The opinion of the court was delivered by: Craig M. Kellison United States Magistrate Judge
FINDINGS AND RECOMMENDATIONS
Plaintiffs, who are proceeding pro se, bring this civil action for, among other things, determination of ownership interests in the "Stringer Mine." Pending before the court is defendants' amended motion to dismiss (Doc. 28). A hearing was held before the undersigned in Redding, California, on June 27, 2012. All parties appeared pro se.
This case concerns a dispute over ownership of a mining claim located in Butte County. In their motion, defendants argue: (1) the court lacks subject matter jurisdiction; (2) the plaintiffs lack legal standing to sue; and (3) this court is the improper venue. Defendants' motion should be denied.
The basis of defendants' motion appears to be their belief that this case should not have been filed in federal court and, instead, belongs in the Butte County Superior Court. As to subject matter jurisdiction, they argue that a quiet title action, which they assert this is, can only be filed in state court and that this court lacks subject matter jurisdiction. They are incorrect. As indicated by statutory references in defendants' own motion, the dispute at the heart of this case is governed by a number of federal mining statutes and regulations because the mining claim at issue is located on federal land. Moreover, this case implicates federal mining laws codified at Title 30 of the United States Code. Specifically, 30 U.S.C. § 30 provides for judicial determination to determine issues concerning possession and ownership of mining claims.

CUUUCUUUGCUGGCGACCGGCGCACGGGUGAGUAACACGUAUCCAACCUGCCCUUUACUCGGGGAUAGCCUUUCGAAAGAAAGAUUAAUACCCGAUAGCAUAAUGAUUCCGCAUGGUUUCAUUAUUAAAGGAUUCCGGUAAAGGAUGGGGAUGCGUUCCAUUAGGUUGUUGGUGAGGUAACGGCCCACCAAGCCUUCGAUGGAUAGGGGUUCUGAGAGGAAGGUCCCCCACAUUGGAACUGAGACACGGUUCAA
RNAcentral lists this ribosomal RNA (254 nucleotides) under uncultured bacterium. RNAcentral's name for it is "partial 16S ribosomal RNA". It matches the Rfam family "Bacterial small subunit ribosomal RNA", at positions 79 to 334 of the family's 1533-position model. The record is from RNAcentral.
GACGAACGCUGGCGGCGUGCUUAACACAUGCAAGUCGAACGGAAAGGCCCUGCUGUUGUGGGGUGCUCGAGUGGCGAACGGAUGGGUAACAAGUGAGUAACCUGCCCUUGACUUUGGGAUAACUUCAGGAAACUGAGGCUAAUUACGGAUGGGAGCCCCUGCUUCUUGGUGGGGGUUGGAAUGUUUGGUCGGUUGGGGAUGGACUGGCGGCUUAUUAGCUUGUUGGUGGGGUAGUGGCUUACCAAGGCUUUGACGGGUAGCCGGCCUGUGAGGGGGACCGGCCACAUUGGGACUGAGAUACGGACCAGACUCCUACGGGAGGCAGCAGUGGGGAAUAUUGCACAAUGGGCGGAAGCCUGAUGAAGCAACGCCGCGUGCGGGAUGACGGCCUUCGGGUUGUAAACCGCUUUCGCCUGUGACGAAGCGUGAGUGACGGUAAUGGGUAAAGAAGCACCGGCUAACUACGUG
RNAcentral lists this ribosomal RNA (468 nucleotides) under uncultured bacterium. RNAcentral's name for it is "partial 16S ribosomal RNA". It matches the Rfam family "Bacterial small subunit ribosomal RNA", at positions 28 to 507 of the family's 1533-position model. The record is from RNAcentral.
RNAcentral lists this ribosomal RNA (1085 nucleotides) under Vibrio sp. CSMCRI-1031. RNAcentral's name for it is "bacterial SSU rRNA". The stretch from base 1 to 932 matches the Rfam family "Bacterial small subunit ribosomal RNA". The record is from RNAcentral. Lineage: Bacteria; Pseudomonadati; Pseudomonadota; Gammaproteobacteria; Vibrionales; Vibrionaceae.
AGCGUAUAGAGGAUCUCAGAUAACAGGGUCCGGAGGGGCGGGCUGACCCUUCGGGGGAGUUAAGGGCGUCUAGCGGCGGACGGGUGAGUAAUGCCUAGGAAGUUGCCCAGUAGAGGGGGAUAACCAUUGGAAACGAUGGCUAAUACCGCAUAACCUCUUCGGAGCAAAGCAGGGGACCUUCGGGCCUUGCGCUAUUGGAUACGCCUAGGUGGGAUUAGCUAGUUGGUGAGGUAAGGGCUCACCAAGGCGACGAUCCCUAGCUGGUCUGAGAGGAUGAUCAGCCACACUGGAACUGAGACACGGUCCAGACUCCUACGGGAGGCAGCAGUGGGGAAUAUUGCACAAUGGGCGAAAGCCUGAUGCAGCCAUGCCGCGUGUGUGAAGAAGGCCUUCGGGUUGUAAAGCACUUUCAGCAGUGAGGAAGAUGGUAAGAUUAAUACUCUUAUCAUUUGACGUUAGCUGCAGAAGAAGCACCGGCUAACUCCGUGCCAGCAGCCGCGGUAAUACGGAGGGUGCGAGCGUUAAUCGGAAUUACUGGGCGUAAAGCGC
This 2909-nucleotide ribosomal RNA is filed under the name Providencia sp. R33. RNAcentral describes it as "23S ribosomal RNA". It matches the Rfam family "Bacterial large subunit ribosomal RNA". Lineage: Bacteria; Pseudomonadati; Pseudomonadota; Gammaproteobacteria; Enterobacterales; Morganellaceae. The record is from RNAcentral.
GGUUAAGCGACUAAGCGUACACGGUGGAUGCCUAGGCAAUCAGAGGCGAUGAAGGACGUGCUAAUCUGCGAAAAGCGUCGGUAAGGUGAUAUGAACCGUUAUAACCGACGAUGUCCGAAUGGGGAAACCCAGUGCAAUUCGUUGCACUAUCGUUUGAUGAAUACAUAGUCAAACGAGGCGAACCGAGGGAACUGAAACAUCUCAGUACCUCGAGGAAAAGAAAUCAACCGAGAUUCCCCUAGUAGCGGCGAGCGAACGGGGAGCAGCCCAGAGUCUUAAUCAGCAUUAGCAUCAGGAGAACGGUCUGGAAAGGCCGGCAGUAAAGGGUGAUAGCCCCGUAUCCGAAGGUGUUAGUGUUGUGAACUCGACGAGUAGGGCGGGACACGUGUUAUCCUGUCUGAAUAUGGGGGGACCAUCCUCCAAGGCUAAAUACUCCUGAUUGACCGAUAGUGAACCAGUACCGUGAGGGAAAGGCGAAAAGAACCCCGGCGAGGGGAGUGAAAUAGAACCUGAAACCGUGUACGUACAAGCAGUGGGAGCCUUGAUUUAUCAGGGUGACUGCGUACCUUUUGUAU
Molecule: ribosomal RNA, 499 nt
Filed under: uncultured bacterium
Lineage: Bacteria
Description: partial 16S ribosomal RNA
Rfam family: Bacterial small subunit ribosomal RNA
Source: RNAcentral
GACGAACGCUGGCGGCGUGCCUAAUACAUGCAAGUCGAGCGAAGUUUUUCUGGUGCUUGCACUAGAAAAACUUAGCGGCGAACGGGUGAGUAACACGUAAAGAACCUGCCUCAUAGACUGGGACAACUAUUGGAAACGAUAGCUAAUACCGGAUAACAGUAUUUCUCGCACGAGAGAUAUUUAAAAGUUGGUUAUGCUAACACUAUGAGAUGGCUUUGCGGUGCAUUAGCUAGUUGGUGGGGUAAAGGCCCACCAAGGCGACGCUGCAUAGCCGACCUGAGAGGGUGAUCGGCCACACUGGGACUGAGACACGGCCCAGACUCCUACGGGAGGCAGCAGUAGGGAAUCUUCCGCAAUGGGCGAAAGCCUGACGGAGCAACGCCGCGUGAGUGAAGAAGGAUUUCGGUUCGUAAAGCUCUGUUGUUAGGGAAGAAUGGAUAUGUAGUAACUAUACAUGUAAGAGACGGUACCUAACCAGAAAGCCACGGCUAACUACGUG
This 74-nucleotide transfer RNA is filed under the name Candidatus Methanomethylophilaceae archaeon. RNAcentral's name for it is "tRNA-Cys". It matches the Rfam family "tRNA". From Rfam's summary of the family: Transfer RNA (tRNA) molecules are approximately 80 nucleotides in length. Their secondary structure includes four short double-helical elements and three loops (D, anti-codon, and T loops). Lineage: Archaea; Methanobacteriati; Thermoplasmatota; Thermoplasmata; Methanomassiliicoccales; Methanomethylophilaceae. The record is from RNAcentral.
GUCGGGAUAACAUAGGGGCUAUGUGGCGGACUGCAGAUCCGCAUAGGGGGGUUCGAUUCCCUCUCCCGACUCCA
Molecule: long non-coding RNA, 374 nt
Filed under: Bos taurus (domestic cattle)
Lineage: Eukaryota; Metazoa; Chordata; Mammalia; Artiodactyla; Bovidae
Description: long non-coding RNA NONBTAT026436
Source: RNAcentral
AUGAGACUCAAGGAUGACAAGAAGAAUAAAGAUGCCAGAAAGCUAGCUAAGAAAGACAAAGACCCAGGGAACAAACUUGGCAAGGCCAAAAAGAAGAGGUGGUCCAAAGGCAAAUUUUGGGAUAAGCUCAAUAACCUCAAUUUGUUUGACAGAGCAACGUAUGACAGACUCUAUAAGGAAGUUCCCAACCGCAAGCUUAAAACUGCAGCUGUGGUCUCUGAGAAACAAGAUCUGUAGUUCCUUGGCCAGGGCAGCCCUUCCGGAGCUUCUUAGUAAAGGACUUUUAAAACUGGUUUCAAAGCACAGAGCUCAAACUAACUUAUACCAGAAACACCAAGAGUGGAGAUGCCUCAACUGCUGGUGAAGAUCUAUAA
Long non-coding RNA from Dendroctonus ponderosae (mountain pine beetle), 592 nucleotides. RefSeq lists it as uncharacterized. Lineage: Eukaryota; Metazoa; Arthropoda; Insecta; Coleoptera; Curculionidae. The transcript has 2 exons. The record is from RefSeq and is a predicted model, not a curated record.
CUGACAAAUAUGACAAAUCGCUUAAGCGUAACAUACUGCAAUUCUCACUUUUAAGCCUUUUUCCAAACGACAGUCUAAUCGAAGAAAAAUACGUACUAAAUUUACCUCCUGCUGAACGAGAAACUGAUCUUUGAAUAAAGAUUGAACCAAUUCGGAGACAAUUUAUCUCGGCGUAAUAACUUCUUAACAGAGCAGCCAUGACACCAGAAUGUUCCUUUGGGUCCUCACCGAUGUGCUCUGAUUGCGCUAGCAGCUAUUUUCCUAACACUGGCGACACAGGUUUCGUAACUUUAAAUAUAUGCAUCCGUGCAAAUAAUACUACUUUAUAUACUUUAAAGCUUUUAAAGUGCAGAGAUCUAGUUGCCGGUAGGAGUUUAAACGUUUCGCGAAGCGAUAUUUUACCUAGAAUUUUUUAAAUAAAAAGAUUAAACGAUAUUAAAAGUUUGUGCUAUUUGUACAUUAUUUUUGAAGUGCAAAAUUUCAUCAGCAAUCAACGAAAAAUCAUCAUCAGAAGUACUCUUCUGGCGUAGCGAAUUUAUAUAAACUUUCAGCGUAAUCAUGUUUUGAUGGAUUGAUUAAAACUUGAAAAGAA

As to venue, 28 U.S.C. § 1391(b) provides that a civil action may be brought in a judicial district in which any defendant resides, or a judicial district in which a substantial part of the events or omissions giving rise to the claim occurred. Under either provision, this court is the proper venue because the subject of the action (the mining claim) is located in this district, and because the defendants are located in this district. In any event, defendants do not argue that a different federal court would be the appropriate venue. Instead, they argue more generally that the action should not have been brought in federal court at all and that the correct "venue" is the Butte County Superior Court.
Finally, as to capacity to sue, defendants argue that plaintiffs lost any interest in the mining claim as a result of various transfers of ownership interests. As plaintiffs note, this argument goes to the merits of plaintiffs complaint and not to their standing to sue.
Based on the foregoing, the undersigned recommends that defendants' motion to dismiss (Doc. 28) be denied.
These findings and recommendations are submitted to the United States District Judge assigned to the case, pursuant to the provisions of 28 U.S.C. § 636(b)(l). Within 14 days after being served with these findings and recommendations, any party may file written objections with the court. Responses to objections shall be filed within 14 days after service of objections. Failure to file objections within the specified time may waive the right to appeal. See Martinez v. Ylst, 951 F.2d 1153 (9th Cir. 1991).
© 1992-2012 VersusLaw ...